Next, we need to reference a couple of DLLs which we will be using in our project. Make sure you have the Facebook.dll  and System.Web Assembly referenced in your project.

OK. Enough of screenshots. Time to do some actual coding!

The Facebook SDK provides us with a variety of inbuilt functions. The actual code won't be difficult at all and it will be extremely easy to understand.
The first step we will do is creating a login URL which will help us authenticate our application with Facebook. The following code snippets will create a login URL for us:
(In the Demo Application, I have written this code on the Button Click event of the Button on our Windows Form)

First, we need to create an Instance of the FacebookOAuthClient. The parameters we will be passing will be your App ID which you got when you registered for Facebook and the Redirect Uri which is the Uri to which our Browser will get redirected to when we are successfully authenticated with Facebook.
 The default Uri is but we will override it with so that you are redirected to your Facebook homepage when the wall post is made.

var oauth = new FacebookOAuthClient
                       ClientId = "",
                       RedirectUri = new Uri("")


Next, we will create a Dictionary object which will determine the Display type and the Respose type which will be returned.
Display type is the method by which the Authentication dialog will be rendered. It is set to “page” by default. We will override it to popup so that it consumes less space.
You can find the various display options here:

The response type is the result given by Facebook on successful authentication.

                var parameters = new Dictionary<string, object>
                                    { "display", "popup" },
                                    { "response_type", "token" }

Next, we define the permissions which our application will have to access the user’s data. Right now, since we only need to share a link on the wall of the user, we will require only one permission from the user which is the “publish stream” permission. With this permission, our application can post on the wall of the user. The complete list of allowed permissions is available here:

                var extendedPermissions = "publish_stream";

                if (!string.IsNullOrEmpty(extendedPermissions))
                    parameters["scope"] = extendedPermissions;

Finally, we will pass the parameters to the GetLoginUrl function of the FacebookOAuthClient class which will return the login uri.

                var loginUri = oauth.GetLoginUrl(parameters);

We will navigate to the generated loginUri with the webbrowser control which we created on our windows form.

The next step we are going to take is that we are going to check if our login uri is authenticated. We are going to do this by checking the authentication status each time the page changes. The Navigated event of the webbrowser control will be extremely helpful here as it is triggered each time there is a page change.
(In the Demo Application, I have written the following code in the webBrowser1_Navigated event of the webbrowser control so it will get called and check if authenticated each time there is a page change)

First we need to create an instance of the FacebookOAuthResult class which is designed to check and return the result of the authentication request sent to Facebook. TryParse returns true if it is recognized as a OAuth2 Authentication result. There is a property of the FacebookOAuthResult called IsSuccess which is set to true if the OAuth result was successful and we have the access token. You can use the ErrorDescription property to show the user why the error occurred in the authentication.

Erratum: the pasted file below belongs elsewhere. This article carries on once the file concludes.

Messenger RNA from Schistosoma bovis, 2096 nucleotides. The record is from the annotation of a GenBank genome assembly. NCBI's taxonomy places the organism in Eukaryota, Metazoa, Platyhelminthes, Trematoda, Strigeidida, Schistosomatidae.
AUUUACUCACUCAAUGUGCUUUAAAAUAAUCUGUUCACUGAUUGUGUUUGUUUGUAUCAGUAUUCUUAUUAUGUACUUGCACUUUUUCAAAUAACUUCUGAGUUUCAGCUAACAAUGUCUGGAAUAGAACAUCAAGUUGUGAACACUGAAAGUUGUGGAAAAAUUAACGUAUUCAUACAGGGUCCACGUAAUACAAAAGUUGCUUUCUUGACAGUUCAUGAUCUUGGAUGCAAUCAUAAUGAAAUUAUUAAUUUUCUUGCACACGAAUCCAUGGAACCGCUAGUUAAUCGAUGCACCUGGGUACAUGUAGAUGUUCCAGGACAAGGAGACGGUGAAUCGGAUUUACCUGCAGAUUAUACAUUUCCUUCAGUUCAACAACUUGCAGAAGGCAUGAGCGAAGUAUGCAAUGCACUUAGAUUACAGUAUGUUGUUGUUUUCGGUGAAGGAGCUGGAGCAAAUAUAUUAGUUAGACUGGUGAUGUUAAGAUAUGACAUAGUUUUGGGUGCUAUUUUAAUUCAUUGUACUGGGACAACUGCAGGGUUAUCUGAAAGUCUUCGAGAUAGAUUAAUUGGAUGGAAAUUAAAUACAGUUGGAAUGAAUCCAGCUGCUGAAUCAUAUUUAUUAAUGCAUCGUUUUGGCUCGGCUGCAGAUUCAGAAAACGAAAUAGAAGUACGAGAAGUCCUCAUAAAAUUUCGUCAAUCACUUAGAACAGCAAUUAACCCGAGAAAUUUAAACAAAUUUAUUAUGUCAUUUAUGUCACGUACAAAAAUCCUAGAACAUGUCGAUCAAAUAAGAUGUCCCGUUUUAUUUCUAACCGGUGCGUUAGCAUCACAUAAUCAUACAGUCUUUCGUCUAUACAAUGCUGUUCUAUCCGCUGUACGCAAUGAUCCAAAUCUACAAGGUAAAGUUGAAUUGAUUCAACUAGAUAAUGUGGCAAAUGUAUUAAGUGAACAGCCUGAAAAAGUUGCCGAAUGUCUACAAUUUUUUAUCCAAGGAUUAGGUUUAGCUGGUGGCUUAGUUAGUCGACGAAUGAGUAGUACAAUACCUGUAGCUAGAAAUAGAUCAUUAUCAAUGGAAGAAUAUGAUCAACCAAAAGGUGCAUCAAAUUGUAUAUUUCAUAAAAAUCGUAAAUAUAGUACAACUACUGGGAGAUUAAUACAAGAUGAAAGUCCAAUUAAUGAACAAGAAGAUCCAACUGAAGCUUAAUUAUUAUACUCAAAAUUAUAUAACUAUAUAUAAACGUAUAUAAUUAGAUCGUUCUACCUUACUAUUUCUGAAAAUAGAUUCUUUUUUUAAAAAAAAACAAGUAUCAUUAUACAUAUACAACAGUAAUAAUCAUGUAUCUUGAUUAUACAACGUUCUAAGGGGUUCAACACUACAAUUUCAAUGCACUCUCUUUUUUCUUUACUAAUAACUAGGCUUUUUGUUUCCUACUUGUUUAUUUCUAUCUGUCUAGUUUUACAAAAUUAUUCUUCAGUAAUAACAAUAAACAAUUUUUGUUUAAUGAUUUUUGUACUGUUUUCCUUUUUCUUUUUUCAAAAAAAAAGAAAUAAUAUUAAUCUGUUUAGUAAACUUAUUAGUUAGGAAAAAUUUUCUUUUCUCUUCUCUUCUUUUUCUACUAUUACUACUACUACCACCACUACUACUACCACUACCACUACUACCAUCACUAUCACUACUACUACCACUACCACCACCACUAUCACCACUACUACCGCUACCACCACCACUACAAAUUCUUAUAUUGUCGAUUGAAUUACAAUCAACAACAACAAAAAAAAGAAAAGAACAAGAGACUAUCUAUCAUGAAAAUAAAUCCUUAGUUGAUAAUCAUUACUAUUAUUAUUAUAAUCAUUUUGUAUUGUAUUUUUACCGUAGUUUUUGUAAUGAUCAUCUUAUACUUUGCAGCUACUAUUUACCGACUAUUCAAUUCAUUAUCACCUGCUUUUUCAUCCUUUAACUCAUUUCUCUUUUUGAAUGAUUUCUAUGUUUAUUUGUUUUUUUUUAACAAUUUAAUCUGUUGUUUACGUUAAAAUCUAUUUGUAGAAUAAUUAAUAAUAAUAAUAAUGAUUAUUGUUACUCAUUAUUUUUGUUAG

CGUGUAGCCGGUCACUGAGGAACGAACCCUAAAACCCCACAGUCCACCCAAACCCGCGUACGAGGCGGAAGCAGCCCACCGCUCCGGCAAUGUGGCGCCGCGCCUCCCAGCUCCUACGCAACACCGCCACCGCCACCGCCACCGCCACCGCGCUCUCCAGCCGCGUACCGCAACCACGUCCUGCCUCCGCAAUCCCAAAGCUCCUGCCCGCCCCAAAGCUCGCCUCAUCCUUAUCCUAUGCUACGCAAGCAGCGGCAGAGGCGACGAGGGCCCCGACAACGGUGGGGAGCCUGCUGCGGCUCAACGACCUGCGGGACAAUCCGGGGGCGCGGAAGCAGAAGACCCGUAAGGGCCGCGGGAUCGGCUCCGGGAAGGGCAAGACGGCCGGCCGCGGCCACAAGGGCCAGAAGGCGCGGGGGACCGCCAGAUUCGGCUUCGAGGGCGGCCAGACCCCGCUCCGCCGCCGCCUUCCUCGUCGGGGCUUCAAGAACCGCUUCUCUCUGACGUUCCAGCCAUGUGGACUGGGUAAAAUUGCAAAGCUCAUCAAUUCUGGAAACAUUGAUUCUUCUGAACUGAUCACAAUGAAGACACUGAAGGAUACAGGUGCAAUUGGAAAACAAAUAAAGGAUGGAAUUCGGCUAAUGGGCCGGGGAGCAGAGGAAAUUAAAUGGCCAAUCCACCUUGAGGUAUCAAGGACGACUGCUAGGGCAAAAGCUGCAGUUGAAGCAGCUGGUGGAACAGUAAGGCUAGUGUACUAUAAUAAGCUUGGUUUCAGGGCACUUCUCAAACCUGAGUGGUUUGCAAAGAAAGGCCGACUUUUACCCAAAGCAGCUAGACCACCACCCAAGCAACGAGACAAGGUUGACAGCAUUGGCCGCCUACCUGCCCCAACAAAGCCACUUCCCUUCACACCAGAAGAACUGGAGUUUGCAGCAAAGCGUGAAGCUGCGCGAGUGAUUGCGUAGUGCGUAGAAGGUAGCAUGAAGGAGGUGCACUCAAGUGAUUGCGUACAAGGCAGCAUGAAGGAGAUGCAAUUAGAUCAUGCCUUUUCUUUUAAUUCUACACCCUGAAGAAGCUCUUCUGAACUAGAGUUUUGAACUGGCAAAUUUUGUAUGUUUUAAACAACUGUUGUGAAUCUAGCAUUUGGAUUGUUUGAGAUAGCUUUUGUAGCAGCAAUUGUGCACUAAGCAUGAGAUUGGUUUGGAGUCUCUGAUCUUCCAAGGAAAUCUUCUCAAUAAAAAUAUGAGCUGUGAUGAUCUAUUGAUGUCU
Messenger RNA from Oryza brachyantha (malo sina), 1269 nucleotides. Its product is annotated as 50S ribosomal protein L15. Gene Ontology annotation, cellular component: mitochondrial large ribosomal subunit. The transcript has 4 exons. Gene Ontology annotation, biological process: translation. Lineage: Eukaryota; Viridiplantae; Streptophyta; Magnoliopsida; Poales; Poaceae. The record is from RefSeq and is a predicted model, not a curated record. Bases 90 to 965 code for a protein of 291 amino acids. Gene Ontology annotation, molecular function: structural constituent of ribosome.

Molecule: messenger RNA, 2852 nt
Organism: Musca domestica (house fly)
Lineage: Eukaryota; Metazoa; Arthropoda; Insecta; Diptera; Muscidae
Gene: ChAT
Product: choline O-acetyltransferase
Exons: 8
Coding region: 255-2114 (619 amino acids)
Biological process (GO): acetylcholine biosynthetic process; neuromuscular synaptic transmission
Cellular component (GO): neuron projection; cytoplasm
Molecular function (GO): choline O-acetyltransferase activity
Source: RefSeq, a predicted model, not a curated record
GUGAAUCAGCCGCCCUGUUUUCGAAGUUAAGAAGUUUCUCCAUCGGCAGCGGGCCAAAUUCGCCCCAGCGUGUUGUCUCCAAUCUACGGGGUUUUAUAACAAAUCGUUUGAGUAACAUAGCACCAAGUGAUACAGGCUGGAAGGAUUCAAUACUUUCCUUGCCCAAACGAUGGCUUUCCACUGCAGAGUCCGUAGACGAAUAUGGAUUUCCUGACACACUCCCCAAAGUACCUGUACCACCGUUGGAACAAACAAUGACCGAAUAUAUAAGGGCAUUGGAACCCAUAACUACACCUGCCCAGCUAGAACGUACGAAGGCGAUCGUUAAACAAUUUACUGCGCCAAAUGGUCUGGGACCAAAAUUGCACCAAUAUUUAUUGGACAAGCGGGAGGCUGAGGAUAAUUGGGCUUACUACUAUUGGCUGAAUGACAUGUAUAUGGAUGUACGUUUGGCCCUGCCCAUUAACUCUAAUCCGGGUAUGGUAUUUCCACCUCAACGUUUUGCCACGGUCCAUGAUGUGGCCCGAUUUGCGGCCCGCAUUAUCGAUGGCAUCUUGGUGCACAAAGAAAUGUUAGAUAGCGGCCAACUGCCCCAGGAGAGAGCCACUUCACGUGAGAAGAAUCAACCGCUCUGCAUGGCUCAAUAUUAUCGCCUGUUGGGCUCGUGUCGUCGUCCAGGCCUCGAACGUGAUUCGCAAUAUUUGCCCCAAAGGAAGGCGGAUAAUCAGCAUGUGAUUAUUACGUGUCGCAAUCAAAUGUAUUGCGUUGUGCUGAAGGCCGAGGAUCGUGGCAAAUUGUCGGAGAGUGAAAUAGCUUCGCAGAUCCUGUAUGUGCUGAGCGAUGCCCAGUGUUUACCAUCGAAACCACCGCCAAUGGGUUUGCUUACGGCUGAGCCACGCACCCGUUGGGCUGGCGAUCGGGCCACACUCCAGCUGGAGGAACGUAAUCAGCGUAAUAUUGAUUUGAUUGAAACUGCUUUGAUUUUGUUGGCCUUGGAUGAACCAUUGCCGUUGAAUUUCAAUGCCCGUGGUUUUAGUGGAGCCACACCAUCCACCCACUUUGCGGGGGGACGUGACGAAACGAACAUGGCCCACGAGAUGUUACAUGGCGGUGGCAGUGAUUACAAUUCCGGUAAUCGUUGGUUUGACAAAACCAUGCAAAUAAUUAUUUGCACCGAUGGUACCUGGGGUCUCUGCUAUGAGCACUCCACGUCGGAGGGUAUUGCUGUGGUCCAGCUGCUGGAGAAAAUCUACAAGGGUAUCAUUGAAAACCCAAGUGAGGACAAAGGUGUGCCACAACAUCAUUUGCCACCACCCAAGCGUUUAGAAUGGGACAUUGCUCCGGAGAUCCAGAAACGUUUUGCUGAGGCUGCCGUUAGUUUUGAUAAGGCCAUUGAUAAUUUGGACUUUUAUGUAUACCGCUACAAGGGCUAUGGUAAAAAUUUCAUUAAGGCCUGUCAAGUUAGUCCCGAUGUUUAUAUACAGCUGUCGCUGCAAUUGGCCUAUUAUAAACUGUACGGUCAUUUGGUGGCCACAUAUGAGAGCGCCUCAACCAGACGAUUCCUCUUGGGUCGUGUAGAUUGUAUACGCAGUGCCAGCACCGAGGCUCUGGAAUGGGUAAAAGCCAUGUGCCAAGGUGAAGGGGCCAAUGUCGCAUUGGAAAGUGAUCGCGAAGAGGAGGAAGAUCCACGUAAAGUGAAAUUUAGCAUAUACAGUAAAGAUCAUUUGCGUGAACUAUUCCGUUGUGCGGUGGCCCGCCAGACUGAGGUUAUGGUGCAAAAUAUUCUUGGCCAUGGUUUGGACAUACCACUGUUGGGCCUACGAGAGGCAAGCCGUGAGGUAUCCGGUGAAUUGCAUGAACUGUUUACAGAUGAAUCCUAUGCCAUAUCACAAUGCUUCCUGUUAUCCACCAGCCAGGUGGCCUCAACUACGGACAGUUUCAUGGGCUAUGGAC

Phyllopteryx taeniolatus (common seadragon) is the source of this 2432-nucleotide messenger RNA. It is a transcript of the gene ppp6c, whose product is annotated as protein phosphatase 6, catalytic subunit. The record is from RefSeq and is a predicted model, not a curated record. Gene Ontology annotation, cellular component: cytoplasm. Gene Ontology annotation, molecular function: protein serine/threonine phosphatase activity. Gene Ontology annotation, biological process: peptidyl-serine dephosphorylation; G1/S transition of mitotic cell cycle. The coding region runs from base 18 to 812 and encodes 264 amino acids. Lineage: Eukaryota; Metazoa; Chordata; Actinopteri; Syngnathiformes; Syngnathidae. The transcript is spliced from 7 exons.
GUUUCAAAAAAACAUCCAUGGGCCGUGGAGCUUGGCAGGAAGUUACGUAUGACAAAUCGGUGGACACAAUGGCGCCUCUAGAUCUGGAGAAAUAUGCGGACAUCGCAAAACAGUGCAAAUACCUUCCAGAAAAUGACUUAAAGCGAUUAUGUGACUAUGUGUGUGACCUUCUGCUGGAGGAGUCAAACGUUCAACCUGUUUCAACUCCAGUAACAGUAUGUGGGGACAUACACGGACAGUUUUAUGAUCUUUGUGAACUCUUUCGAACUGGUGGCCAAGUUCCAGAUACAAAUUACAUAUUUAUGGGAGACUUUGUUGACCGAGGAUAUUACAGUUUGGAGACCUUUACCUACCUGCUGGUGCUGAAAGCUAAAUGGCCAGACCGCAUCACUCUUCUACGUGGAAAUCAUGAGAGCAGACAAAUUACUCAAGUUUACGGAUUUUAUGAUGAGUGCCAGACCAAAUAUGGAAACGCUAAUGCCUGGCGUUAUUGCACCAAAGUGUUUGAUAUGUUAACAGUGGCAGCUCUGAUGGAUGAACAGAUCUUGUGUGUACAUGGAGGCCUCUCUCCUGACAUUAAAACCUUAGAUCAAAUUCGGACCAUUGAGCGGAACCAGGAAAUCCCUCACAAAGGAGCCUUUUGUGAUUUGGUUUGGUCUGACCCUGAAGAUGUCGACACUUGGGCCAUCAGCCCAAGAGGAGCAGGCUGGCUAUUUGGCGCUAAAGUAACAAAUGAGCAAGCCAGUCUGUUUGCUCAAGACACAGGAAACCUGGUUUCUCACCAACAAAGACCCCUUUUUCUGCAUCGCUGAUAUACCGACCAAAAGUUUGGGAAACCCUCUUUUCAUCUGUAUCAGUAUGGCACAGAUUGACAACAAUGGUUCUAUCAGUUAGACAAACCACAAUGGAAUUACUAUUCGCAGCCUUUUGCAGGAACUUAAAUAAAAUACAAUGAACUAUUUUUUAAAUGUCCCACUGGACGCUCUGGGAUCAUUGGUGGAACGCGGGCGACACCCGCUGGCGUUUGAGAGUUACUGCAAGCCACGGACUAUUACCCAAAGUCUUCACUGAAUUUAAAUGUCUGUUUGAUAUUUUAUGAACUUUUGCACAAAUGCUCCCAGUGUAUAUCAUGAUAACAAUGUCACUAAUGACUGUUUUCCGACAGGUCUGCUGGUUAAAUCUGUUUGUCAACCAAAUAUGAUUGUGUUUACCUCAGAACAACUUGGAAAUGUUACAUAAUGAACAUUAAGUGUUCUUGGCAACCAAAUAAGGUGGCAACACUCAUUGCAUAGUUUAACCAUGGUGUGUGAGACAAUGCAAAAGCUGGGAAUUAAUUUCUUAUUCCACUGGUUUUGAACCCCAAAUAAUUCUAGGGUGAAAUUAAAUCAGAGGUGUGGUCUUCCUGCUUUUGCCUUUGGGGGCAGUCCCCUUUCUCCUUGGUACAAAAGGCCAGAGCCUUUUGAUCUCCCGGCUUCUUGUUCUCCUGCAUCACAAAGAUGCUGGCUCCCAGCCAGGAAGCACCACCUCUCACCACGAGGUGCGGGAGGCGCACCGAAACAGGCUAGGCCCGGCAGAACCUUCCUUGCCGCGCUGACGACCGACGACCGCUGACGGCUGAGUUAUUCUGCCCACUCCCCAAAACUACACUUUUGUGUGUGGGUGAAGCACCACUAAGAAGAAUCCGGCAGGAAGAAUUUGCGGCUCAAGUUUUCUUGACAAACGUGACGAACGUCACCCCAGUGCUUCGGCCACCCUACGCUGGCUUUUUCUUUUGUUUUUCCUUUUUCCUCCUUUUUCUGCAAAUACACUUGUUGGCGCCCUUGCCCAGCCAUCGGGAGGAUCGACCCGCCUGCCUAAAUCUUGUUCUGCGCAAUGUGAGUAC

FacebookOAuthResult authResult;

if (FacebookOAuthResult.TryParse(e.Url, out authResult))
       if (authResult.IsSuccess)
            //Code to post an update to the wall of the user. (Code is given in the next part)

Next, when we are successfully authenticated by Facebook, we will get an access token which can be used to make the wall post.

         var accessToken = authResult.AccessToken;

The FacebookClient Class is used to get and post updates once we are successfully authenticated. So we will create an object of that class with help of the accessToken which we got from the successful authentication earlier.

            FacebookClient fbc = new FacebookClient(accessToken);

            string encodeaccesstoken = HttpUtility.UrlEncode(accessToken);

            var me = fbc.Get(encodeaccesstoken);

Next, we need to create post. This post can be created the same way as you did earlier by creating a Dictionary object and then adding the different parameters to it. The entire list of parameters you can add to your post can be found here:

            var post = new Dictionary<string, object>
                     { "display", "popup" },
                     { "response_type", "token" }
            post.Add("link", "");
            post.Add("message", "The Message You want to Post on Facebook");

I have only added the link (which points to this blog) and the sample message parameters. You can add whichever ones you want.

And the last step is to publish the actual post on Facebook with the Post method of the FacebookClient Class. The parameters passed are the “me/feed” which tells the API where to publish the post and the actual post dictionary object which contains the details about the post.

           fbc.Post("me/feed", post);

You can download the Sample project from here. Be sure to have Visual Studio 2010 Installed.